Oscar contenders with a lot of post-production have drawn criticism from all the insufferable artsy cinematographers who insist on doing things the old-fashioned way. For example, in The Hateful Eight, Quentin Tarantino and cinematographer Robert Richardson not only decided to shoot everything on traditional film, but they also did all the post-production work like color correction using chemical developing techniques (nearly all modern movies shot on film are still digitized for post-production work). For his work, Richardson was nominated for Best Cinematography in 2015. However, in 2012, Claudio Miranda won Best Cinematography for Life Of Pi, even though most of the movie was made on a computer. While Miranda undoubtedly deserves recognition for his camerawork, we can also see Richardson's point that there's a pretty big difference between capturing a gorgeous sunset with the right lighting, lens, film, and camera settings versus just CG-ing a sunset later on.
But even in Life Of Pi, Miranda still had to do stuff like focus the camera and use the right kind of lens for the shot. But we're quickly making that a thing of the past as well. A company called Lytro has developed a new type of camera which, through science/magic, captures holographic images instead of flat 2D images like most cameras.
With a normal camera, you would need to reshoot the same scene with three different focus and aperture settings to capture the three images above. With Lytro's Cinema camera, you only need to take one picture and then tell a computer what parts of the scene you want in focus and which ones you don't, as it captures the image in 3D instead of the 2D of a regular camera. You can also completely remove or add background from a certain depth, essentially making even green screens obsolete. With technology like Lytro's, cinematographers will again have to relearn what the job entails. And if we know greedy studios, that job will entail them learning how to say "Do you want fries with that?" without bursting into tears.
Eventually, film sets will be nothing more than Tom Cruise shadowboxing in the Universal basement, with someone filling in the blanks three months later. Except by that time, even that someone will almost certainly also be a computer.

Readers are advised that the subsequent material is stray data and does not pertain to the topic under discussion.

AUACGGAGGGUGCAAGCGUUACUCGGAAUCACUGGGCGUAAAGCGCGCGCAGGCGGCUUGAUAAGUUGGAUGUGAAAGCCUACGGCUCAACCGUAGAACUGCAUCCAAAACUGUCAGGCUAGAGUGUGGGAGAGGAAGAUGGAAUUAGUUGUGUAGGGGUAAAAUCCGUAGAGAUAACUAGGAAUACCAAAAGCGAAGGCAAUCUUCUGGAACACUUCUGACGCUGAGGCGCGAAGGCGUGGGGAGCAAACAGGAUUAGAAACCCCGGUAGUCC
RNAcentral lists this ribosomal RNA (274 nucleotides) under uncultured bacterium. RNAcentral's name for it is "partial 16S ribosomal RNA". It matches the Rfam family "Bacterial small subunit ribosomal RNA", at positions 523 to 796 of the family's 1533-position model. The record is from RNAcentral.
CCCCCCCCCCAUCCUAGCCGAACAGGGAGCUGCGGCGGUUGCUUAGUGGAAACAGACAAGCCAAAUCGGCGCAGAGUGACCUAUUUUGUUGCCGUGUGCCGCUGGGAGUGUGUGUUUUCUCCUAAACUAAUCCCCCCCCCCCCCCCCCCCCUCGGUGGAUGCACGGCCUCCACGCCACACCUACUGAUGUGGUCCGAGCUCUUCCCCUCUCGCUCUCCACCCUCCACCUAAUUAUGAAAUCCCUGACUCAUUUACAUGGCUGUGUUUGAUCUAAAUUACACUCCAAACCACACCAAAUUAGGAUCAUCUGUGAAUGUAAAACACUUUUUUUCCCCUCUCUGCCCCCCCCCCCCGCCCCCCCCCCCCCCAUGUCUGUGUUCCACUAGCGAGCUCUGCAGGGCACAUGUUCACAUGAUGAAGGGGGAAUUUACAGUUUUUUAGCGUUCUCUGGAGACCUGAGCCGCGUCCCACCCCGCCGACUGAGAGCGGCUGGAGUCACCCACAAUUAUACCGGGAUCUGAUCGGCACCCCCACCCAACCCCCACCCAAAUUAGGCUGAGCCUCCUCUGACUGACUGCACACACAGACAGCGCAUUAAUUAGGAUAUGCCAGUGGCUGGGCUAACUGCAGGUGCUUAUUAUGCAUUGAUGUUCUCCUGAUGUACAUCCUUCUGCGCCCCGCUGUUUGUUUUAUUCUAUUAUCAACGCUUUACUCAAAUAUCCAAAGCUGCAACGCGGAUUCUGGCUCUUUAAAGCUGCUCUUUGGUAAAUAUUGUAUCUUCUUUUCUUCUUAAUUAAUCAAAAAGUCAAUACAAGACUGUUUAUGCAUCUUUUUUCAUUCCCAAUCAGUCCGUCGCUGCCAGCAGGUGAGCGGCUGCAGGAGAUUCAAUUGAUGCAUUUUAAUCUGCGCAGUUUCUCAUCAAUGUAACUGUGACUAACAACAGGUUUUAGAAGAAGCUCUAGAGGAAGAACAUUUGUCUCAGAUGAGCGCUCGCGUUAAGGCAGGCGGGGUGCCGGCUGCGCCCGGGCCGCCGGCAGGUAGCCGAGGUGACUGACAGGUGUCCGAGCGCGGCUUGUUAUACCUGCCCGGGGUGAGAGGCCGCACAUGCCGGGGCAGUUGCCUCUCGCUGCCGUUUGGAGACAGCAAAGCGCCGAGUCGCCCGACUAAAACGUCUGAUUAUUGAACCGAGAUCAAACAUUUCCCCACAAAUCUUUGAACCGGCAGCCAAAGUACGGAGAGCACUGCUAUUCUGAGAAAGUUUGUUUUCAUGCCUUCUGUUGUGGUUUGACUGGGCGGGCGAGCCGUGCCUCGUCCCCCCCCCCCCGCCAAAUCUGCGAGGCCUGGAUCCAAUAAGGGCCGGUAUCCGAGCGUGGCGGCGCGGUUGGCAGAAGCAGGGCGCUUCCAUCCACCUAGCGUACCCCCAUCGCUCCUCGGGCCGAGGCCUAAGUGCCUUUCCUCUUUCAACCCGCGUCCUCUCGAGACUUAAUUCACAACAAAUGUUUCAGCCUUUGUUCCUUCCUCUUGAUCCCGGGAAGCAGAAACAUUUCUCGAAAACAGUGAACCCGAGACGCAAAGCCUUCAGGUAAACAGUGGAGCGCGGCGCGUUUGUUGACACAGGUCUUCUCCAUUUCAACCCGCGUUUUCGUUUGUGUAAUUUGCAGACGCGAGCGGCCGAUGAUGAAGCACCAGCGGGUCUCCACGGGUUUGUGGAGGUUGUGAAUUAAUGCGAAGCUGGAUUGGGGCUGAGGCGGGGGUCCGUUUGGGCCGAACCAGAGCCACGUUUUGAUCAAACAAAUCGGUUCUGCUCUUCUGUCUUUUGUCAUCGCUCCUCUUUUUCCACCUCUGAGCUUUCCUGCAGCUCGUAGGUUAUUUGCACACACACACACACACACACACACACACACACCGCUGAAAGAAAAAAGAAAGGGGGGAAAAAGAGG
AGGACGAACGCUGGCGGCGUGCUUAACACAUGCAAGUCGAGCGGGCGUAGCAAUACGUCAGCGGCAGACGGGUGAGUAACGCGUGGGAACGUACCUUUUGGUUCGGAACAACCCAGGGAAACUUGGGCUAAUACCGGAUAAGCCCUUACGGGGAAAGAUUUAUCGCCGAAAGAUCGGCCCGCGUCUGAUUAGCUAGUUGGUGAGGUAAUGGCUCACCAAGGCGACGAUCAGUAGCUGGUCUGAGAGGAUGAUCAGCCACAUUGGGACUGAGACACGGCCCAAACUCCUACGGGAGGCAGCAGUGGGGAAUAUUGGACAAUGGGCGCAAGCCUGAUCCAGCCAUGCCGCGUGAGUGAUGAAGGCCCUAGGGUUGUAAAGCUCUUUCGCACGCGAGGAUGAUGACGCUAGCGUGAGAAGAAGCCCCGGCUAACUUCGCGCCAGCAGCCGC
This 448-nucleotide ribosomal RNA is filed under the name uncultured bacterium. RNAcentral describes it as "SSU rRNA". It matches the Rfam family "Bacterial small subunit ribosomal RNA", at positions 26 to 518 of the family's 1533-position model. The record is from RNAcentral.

Post-production, or just "post" if you're the type who thinks shooting one student short makes you part of show business (or just "showbiz"), encompasses a lot of different things. One aspect is the addition of sound effects, which ranges from T-Rex roars and lightsaber whooshes to mundane stuff like leaves rustling and doors closing. Researchers at MIT decided to see if they could teach a computer to match up sound effects with certain on-screen actions, and what do you know, it worked! Their little silicon-powered editor automatically added sound effects to a series of video clips, and human test subjects were unable to tell the difference between the computer's work and authentically recorded sounds.
Editing is on its way to being automated as well. It's an expensive process, making a masterpiece out of miles of film (or hundreds of hard drives) which show the same actor mispronounce the word "spoon" 20 times in a row. Naturally, filmmakers are keen to find cheaper ways to do it. In 2014, a group of researchers working for Disney published a paper on an automatic editing algorithm they created. By calculating the 3D position of the cameras in a scene, computers were able to determine what the cameras were focusing on and used that information, along with some basic filmmaking rules, to determine when to cut to different shots. Here's a sample video filmed using some smartphones and GoPros:
But this isn't just for editing your snowboarding fails or sex tapes. In 2016, the producers of the horror movie Morgan decided to outsource their trailer to Watson, the IBM supercomputer that made Jeopardy champ Ken Jennings look like the guy you skip over when picking a team for bar trivia night. Specifically, they wanted to it to be scary, so IBM had to teach Watson about fear, and what humans in particular fear. Then they fed it the movie, which is about an AI that becomes too scary for humans so they try to destroy it, and told Watson to make us shit our pants.
We can't help but notice that this trailer contains neither a bathtub nor a piano.
It might not be perfect, but for a first attempt, Watson still has a disturbingly good grasp on what gives humans the absolute heebie-jeebies. So thanks to Morgan, we now have an advanced computer intelligence that knows how to manipulate human emotions. But hey, it saved some editor a day's work, so all in all, a fair trade.
When he's not teaching Watson how to produce constant low-level anxiety in humans, Chris plays piano in the bathtub on Twitter.